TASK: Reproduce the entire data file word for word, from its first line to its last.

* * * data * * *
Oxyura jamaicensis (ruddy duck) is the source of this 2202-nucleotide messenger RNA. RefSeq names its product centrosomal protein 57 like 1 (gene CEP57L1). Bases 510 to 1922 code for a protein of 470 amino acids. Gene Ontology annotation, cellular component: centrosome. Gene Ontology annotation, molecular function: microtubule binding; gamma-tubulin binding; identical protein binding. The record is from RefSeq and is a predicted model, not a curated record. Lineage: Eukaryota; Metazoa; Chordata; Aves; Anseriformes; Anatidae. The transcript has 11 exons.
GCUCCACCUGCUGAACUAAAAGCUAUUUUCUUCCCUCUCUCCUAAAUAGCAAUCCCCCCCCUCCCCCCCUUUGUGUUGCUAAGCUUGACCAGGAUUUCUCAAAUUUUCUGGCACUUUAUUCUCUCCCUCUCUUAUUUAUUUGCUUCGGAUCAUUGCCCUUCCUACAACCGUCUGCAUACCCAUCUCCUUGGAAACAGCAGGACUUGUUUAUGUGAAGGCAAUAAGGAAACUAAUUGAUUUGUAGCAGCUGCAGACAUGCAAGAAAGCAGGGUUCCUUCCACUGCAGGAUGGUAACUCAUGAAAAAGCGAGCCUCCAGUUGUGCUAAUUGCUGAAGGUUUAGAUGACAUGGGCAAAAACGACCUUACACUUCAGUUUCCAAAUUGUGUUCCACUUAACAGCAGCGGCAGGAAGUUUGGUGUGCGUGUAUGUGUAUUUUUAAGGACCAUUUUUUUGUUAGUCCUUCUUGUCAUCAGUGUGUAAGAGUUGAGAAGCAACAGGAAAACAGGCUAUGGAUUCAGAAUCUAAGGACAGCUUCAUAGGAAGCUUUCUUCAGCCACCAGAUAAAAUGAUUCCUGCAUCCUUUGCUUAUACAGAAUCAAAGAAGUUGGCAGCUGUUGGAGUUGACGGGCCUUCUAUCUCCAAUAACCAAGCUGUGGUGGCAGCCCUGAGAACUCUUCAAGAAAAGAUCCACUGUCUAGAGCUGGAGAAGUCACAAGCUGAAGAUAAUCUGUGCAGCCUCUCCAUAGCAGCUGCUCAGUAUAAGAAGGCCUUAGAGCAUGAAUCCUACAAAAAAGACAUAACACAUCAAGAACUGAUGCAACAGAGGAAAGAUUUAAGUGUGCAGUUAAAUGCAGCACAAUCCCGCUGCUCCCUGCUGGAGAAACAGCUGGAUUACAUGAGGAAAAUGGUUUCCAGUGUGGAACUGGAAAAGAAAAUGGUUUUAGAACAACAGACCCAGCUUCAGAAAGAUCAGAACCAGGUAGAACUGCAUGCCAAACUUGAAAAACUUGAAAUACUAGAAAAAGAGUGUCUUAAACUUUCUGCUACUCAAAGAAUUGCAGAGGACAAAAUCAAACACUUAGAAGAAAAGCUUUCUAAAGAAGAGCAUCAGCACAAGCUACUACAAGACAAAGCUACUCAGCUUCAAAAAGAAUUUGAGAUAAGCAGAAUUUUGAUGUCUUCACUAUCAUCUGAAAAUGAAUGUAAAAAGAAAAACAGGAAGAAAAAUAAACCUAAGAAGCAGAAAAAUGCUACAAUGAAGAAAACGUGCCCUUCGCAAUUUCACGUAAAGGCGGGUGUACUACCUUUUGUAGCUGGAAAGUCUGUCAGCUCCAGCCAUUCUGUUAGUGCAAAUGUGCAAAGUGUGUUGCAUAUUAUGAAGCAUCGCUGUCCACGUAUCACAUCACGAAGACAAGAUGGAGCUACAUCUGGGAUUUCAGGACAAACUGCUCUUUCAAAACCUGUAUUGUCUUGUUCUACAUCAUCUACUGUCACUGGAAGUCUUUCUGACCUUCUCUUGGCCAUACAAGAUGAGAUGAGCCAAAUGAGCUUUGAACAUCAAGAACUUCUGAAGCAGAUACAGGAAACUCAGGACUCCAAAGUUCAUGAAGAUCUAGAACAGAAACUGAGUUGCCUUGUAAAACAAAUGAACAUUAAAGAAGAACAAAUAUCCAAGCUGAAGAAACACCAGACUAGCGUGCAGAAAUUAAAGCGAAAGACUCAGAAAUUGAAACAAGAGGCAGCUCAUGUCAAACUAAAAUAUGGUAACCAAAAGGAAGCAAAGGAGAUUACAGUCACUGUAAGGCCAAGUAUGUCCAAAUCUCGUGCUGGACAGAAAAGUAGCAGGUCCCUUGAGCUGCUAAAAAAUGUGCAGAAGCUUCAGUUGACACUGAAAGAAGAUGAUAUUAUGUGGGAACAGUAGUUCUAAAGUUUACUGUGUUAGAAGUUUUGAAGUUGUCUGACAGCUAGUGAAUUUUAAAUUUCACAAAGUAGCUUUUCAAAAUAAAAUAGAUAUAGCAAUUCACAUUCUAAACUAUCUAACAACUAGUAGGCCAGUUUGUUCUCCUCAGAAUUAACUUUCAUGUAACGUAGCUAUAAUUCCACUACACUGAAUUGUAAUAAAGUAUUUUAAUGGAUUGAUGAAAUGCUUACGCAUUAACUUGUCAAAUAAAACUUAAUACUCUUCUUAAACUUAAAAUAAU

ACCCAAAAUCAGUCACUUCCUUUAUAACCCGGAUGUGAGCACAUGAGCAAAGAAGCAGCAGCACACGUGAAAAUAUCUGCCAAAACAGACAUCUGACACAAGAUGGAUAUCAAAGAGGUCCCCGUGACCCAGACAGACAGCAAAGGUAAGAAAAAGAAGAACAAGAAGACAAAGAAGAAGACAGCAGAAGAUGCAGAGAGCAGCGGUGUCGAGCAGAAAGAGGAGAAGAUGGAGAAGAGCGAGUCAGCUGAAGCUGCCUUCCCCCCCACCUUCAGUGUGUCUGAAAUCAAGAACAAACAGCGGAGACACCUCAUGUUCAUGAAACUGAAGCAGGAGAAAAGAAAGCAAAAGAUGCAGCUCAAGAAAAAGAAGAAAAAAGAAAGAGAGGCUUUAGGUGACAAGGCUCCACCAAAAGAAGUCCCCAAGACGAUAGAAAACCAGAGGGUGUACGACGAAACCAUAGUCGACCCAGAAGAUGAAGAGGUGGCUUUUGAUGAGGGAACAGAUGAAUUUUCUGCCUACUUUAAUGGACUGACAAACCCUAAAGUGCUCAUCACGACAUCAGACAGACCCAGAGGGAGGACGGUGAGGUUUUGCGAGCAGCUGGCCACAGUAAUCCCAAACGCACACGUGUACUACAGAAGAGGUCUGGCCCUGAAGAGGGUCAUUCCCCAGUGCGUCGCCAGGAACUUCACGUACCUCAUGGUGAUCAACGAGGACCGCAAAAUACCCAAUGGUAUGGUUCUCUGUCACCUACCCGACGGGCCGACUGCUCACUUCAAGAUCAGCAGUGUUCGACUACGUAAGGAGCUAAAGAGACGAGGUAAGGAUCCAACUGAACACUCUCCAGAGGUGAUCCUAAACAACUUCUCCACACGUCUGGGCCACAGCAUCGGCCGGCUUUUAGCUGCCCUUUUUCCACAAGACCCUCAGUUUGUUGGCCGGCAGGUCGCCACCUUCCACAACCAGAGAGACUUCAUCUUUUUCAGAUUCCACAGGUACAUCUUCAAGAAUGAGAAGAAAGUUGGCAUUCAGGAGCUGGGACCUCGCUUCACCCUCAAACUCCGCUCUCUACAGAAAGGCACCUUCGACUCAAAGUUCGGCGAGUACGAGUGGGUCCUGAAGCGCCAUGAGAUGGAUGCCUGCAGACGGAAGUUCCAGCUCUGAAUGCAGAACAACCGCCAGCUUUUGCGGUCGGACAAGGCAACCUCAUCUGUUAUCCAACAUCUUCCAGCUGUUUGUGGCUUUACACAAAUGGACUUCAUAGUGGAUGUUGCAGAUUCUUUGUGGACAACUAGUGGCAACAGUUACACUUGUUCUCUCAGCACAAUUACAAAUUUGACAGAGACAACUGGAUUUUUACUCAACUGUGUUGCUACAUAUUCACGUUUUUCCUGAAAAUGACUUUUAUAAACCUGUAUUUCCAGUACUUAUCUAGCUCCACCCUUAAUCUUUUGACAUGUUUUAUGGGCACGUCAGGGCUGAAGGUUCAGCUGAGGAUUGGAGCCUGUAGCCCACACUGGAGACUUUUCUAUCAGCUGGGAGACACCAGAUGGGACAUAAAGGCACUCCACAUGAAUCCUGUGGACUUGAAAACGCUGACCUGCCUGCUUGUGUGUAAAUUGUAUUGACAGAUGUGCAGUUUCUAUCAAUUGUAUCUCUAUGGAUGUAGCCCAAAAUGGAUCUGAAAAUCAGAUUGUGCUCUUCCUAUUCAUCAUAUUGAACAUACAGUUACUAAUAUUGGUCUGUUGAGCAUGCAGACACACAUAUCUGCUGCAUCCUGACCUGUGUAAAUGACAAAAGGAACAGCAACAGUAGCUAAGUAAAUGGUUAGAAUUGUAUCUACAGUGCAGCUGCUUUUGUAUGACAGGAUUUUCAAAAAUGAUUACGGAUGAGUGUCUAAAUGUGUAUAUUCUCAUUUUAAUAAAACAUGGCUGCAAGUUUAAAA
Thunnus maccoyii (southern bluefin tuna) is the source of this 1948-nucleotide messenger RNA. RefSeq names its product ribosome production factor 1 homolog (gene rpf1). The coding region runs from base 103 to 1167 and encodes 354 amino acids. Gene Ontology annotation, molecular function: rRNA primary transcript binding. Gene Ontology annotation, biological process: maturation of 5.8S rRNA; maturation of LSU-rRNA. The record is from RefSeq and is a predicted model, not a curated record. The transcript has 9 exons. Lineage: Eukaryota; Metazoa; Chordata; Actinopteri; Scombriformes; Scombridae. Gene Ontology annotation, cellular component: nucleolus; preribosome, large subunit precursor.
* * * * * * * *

Oxyura jamaicensis (ruddy duck) is the source of this 2202-nucleotide messenger RNA. RefSeq names its product centrosomal protein 57 like 1 (gene CEP57L1). Bases 510 to 1922 code for a protein of 470 amino acids. Gene Ontology annotation, cellular component: centrosome. Gene Ontology annotation, molecular function: microtubule binding; gamma-tubulin binding; identical protein binding. The record is from RefSeq and is a predicted model, not a curated record. Lineage: Eukaryota; Metazoa; Chordata; Aves; Anseriformes; Anatidae. The transcript has 11 exons.
GCUCCACCUGCUGAACUAAAAGCUAUUUUCUUCCCUCUCUCCUAAAUAGCAAUCCCCCCCCUCCCCCCCUUUGUGUUGCUAAGCUUGACCAGGAUUUCUCAAAUUUUCUGGCACUUUAUUCUCUCCCUCUCUUAUUUAUUUGCUUCGGAUCAUUGCCCUUCCUACAACCGUCUGCAUACCCAUCUCCUUGGAAACAGCAGGACUUGUUUAUGUGAAGGCAAUAAGGAAACUAAUUGAUUUGUAGCAGCUGCAGACAUGCAAGAAAGCAGGGUUCCUUCCACUGCAGGAUGGUAACUCAUGAAAAAGCGAGCCUCCAGUUGUGCUAAUUGCUGAAGGUUUAGAUGACAUGGGCAAAAACGACCUUACACUUCAGUUUCCAAAUUGUGUUCCACUUAACAGCAGCGGCAGGAAGUUUGGUGUGCGUGUAUGUGUAUUUUUAAGGACCAUUUUUUUGUUAGUCCUUCUUGUCAUCAGUGUGUAAGAGUUGAGAAGCAACAGGAAAACAGGCUAUGGAUUCAGAAUCUAAGGACAGCUUCAUAGGAAGCUUUCUUCAGCCACCAGAUAAAAUGAUUCCUGCAUCCUUUGCUUAUACAGAAUCAAAGAAGUUGGCAGCUGUUGGAGUUGACGGGCCUUCUAUCUCCAAUAACCAAGCUGUGGUGGCAGCCCUGAGAACUCUUCAAGAAAAGAUCCACUGUCUAGAGCUGGAGAAGUCACAAGCUGAAGAUAAUCUGUGCAGCCUCUCCAUAGCAGCUGCUCAGUAUAAGAAGGCCUUAGAGCAUGAAUCCUACAAAAAAGACAUAACACAUCAAGAACUGAUGCAACAGAGGAAAGAUUUAAGUGUGCAGUUAAAUGCAGCACAAUCCCGCUGCUCCCUGCUGGAGAAACAGCUGGAUUACAUGAGGAAAAUGGUUUCCAGUGUGGAACUGGAAAAGAAAAUGGUUUUAGAACAACAGACCCAGCUUCAGAAAGAUCAGAACCAGGUAGAACUGCAUGCCAAACUUGAAAAACUUGAAAUACUAGAAAAAGAGUGUCUUAAACUUUCUGCUACUCAAAGAAUUGCAGAGGACAAAAUCAAACACUUAGAAGAAAAGCUUUCUAAAGAAGAGCAUCAGCACAAGCUACUACAAGACAAAGCUACUCAGCUUCAAAAAGAAUUUGAGAUAAGCAGAAUUUUGAUGUCUUCACUAUCAUCUGAAAAUGAAUGUAAAAAGAAAAACAGGAAGAAAAAUAAACCUAAGAAGCAGAAAAAUGCUACAAUGAAGAAAACGUGCCCUUCGCAAUUUCACGUAAAGGCGGGUGUACUACCUUUUGUAGCUGGAAAGUCUGUCAGCUCCAGCCAUUCUGUUAGUGCAAAUGUGCAAAGUGUGUUGCAUAUUAUGAAGCAUCGCUGUCCACGUAUCACAUCACGAAGACAAGAUGGAGCUACAUCUGGGAUUUCAGGACAAACUGCUCUUUCAAAACCUGUAUUGUCUUGUUCUACAUCAUCUACUGUCACUGGAAGUCUUUCUGACCUUCUCUUGGCCAUACAAGAUGAGAUGAGCCAAAUGAGCUUUGAACAUCAAGAACUUCUGAAGCAGAUACAGGAAACUCAGGACUCCAAAGUUCAUGAAGAUCUAGAACAGAAACUGAGUUGCCUUGUAAAACAAAUGAACAUUAAAGAAGAACAAAUAUCCAAGCUGAAGAAACACCAGACUAGCGUGCAGAAAUUAAAGCGAAAGACUCAGAAAUUGAAACAAGAGGCAGCUCAUGUCAAACUAAAAUAUGGUAACCAAAAGGAAGCAAAGGAGAUUACAGUCACUGUAAGGCCAAGUAUGUCCAAAUCUCGUGCUGGACAGAAAAGUAGCAGGUCCCUUGAGCUGCUAAAAAAUGUGCAGAAGCUUCAGUUGACACUGAAAGAAGAUGAUAUUAUGUGGGAACAGUAGUUCUAAAGUUUACUGUGUUAGAAGUUUUGAAGUUGUCUGACAGCUAGUGAAUUUUAAAUUUCACAAAGUAGCUUUUCAAAAUAAAAUAGAUAUAGCAAUUCACAUUCUAAACUAUCUAACAACUAGUAGGCCAGUUUGUUCUCCUCAGAAUUAACUUUCAUGUAACGUAGCUAUAAUUCCACUACACUGAAUUGUAAUAAAGUAUUUUAAUGGAUUGAUGAAAUGCUUACGCAUUAACUUGUCAAAUAAAACUUAAUACUCUUCUUAAACUUAAAAUAAU

ACCCAAAAUCAGUCACUUCCUUUAUAACCCGGAUGUGAGCACAUGAGCAAAGAAGCAGCAGCACACGUGAAAAUAUCUGCCAAAACAGACAUCUGACACAAGAUGGAUAUCAAAGAGGUCCCCGUGACCCAGACAGACAGCAAAGGUAAGAAAAAGAAGAACAAGAAGACAAAGAAGAAGACAGCAGAAGAUGCAGAGAGCAGCGGUGUCGAGCAGAAAGAGGAGAAGAUGGAGAAGAGCGAGUCAGCUGAAGCUGCCUUCCCCCCCACCUUCAGUGUGUCUGAAAUCAAGAACAAACAGCGGAGACACCUCAUGUUCAUGAAACUGAAGCAGGAGAAAAGAAAGCAAAAGAUGCAGCUCAAGAAAAAGAAGAAAAAAGAAAGAGAGGCUUUAGGUGACAAGGCUCCACCAAAAGAAGUCCCCAAGACGAUAGAAAACCAGAGGGUGUACGACGAAACCAUAGUCGACCCAGAAGAUGAAGAGGUGGCUUUUGAUGAGGGAACAGAUGAAUUUUCUGCCUACUUUAAUGGACUGACAAACCCUAAAGUGCUCAUCACGACAUCAGACAGACCCAGAGGGAGGACGGUGAGGUUUUGCGAGCAGCUGGCCACAGUAAUCCCAAACGCACACGUGUACUACAGAAGAGGUCUGGCCCUGAAGAGGGUCAUUCCCCAGUGCGUCGCCAGGAACUUCACGUACCUCAUGGUGAUCAACGAGGACCGCAAAAUACCCAAUGGUAUGGUUCUCUGUCACCUACCCGACGGGCCGACUGCUCACUUCAAGAUCAGCAGUGUUCGACUACGUAAGGAGCUAAAGAGACGAGGUAAGGAUCCAACUGAACACUCUCCAGAGGUGAUCCUAAACAACUUCUCCACACGUCUGGGCCACAGCAUCGGCCGGCUUUUAGCUGCCCUUUUUCCACAAGACCCUCAGUUUGUUGGCCGGCAGGUCGCCACCUUCCACAACCAGAGAGACUUCAUCUUUUUCAGAUUCCACAGGUACAUCUUCAAGAAUGAGAAGAAAGUUGGCAUUCAGGAGCUGGGACCUCGCUUCACCCUCAAACUCCGCUCUCUACAGAAAGGCACCUUCGACUCAAAGUUCGGCGAGUACGAGUGGGUCCUGAAGCGCCAUGAGAUGGAUGCCUGCAGACGGAAGUUCCAGCUCUGAAUGCAGAACAACCGCCAGCUUUUGCGGUCGGACAAGGCAACCUCAUCUGUUAUCCAACAUCUUCCAGCUGUUUGUGGCUUUACACAAAUGGACUUCAUAGUGGAUGUUGCAGAUUCUUUGUGGACAACUAGUGGCAACAGUUACACUUGUUCUCUCAGCACAAUUACAAAUUUGACAGAGACAACUGGAUUUUUACUCAACUGUGUUGCUACAUAUUCACGUUUUUCCUGAAAAUGACUUUUAUAAACCUGUAUUUCCAGUACUUAUCUAGCUCCACCCUUAAUCUUUUGACAUGUUUUAUGGGCACGUCAGGGCUGAAGGUUCAGCUGAGGAUUGGAGCCUGUAGCCCACACUGGAGACUUUUCUAUCAGCUGGGAGACACCAGAUGGGACAUAAAGGCACUCCACAUGAAUCCUGUGGACUUGAAAACGCUGACCUGCCUGCUUGUGUGUAAAUUGUAUUGACAGAUGUGCAGUUUCUAUCAAUUGUAUCUCUAUGGAUGUAGCCCAAAAUGGAUCUGAAAAUCAGAUUGUGCUCUUCCUAUUCAUCAUAUUGAACAUACAGUUACUAAUAUUGGUCUGUUGAGCAUGCAGACACACAUAUCUGCUGCAUCCUGACCUGUGUAAAUGACAAAAGGAACAGCAACAGUAGCUAAGUAAAUGGUUAGAAUUGUAUCUACAGUGCAGCUGCUUUUGUAUGACAGGAUUUUCAAAAAUGAUUACGGAUGAGUGUCUAAAUGUGUAUAUUCUCAUUUUAAUAAAACAUGGCUGCAAGUUUAAAA
Thunnus maccoyii (southern bluefin tuna) is the source of this 1948-nucleotide messenger RNA. RefSeq names its product ribosome production factor 1 homolog (gene rpf1). The coding region runs from base 103 to 1167 and encodes 354 amino acids. Gene Ontology annotation, molecular function: rRNA primary transcript binding. Gene Ontology annotation, biological process: maturation of 5.8S rRNA; maturation of LSU-rRNA. The record is from RefSeq and is a predicted model, not a curated record. The transcript has 9 exons. Lineage: Eukaryota; Metazoa; Chordata; Actinopteri; Scombriformes; Scombridae. Gene Ontology annotation, cellular component: nucleolus; preribosome, large subunit precursor.